In New York, the unexpected sight of the shining sun buoyed a sense that the city had escaped the kind of problems that forecasters had most feared. Those fears prompted authorities to close the city's mass-transit system and order people in low-lying areas to evacuate.
On Sunday, though, some people asked if the danger was over-hyped.
"A bunch of people in New York have already said to me this morning, you know, 'What was the big deal all about?" CNN's Anderson Cooper said.
"There was so much expectation about, and fear about, what might happen in New York City," he said. "We've seen, it seems like, the best possible outcome so far. Yes, we've seen some flooding in some areas -- in New York, I'm talking about, but certainly not as extensive as had been feared."
Cooper asked CNN Meteorologist Chad Myers what had become of the dire forecasts that envisioned gleaming office buildings swaying as flood waters spilled into lower Manhattan.
Myers said that when Hurricane Irene smashed into the Outer Banks of North Carolina, that contact weakened the storm.
"It literally knocked the stuffing out of the eye," Myers said. "It never got its mojo back."
Meteorologists measured pressure levels inside the storm that could have allowed it to strengthen back into a Category 3 hurricane, Myers said, but Irene's romp over land in North Carolina prevented the eye wall from spinning into a more destructive storm by the time it arrived in New York.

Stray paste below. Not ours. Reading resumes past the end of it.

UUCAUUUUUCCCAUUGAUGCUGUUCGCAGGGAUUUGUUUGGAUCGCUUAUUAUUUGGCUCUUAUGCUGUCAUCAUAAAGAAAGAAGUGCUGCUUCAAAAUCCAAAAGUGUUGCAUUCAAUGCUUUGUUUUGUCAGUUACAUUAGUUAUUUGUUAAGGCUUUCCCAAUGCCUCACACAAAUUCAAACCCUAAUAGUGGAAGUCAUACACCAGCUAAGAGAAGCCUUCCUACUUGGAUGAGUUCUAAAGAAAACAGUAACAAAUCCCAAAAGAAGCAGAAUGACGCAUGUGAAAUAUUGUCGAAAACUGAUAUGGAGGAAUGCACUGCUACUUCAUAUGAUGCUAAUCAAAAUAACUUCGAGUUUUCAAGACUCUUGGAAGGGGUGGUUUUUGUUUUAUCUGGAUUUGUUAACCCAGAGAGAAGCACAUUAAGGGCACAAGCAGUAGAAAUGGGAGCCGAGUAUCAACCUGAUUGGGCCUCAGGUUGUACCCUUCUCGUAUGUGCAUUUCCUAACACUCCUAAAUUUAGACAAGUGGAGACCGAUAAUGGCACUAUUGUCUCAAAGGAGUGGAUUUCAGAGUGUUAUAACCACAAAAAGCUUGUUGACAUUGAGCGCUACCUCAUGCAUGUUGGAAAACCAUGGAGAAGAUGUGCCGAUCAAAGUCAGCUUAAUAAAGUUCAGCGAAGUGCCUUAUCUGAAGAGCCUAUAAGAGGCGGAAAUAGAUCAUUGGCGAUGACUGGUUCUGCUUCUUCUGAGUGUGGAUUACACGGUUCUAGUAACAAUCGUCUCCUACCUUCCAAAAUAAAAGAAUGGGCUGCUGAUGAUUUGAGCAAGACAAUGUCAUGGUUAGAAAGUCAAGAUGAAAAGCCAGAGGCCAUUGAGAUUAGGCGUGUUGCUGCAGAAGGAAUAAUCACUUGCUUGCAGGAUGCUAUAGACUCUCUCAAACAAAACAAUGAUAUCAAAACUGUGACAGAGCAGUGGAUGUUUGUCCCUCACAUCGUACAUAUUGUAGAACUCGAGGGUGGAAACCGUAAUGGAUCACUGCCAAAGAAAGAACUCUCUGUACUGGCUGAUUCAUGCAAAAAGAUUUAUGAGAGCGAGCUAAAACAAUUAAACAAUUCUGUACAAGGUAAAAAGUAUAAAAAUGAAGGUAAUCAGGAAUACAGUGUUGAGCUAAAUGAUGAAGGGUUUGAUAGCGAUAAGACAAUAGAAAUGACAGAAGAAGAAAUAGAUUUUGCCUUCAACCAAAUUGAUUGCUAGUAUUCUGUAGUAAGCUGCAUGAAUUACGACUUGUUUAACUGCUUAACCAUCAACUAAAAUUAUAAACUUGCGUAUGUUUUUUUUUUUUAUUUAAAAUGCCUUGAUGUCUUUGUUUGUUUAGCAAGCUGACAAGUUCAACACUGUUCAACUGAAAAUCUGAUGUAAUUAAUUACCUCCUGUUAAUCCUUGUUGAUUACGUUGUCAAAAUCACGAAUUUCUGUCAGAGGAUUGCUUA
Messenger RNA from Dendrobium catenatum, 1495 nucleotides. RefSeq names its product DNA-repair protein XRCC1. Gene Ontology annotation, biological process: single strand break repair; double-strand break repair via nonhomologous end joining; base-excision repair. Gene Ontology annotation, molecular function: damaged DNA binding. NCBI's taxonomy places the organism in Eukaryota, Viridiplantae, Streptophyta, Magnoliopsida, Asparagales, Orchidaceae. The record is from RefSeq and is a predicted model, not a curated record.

"It never had that opportunity because North Carolina got in the way, dry air came across over Virginia and Maryland and got in the way, and although this was very low pressure, the reason why we could never let the guard down for New York City ... was because the pressure was low enough that at any time, if this storm decided to get its act together, it could have gone from a 60-70-80 miles per hour storm -- it easily could have been a 110 (miles per hour) storm like it was in the Caribbean and like it was in the Bahamas."
Joseph Bruno, New York City's commissioner of emergency management, agreed that it could have been worse.
"We've gotten some benefit from Mother Nature," he told CNN. "We did well. We prepared well also."
He thanked people for heeding Mayor Michael Bloomberg's order to evacuate, which authorities lifted at 3 p.m. Sunday.
Not everyone followed local authorities' evacuation orders, however.
In Lewes, Delaware, about three miles from the Atlantic Ocean, Tugend ignored a mandatory evacuation order because, she said, she could think of no safer place than her home to escape the storm's fury.
As the storm neared, she rounded up candles and matches, put fresh batteries in the flashlights and huddled with her husband, Dave Fiscbach, and their dog, Barkley, a Chesapeake Bay retriever named for basketball star Charles Barkley.
They lost power around dusk on Saturday, but propane fuels her stovetop. She boiled water for spaghetti and heated up sauce. She and her husband sat down to eat as the wind howled and driving rain fell.
"We ate by candlelight, which we haven't done for 20 years," she said.
CNN's Dan Merica contributed to this report.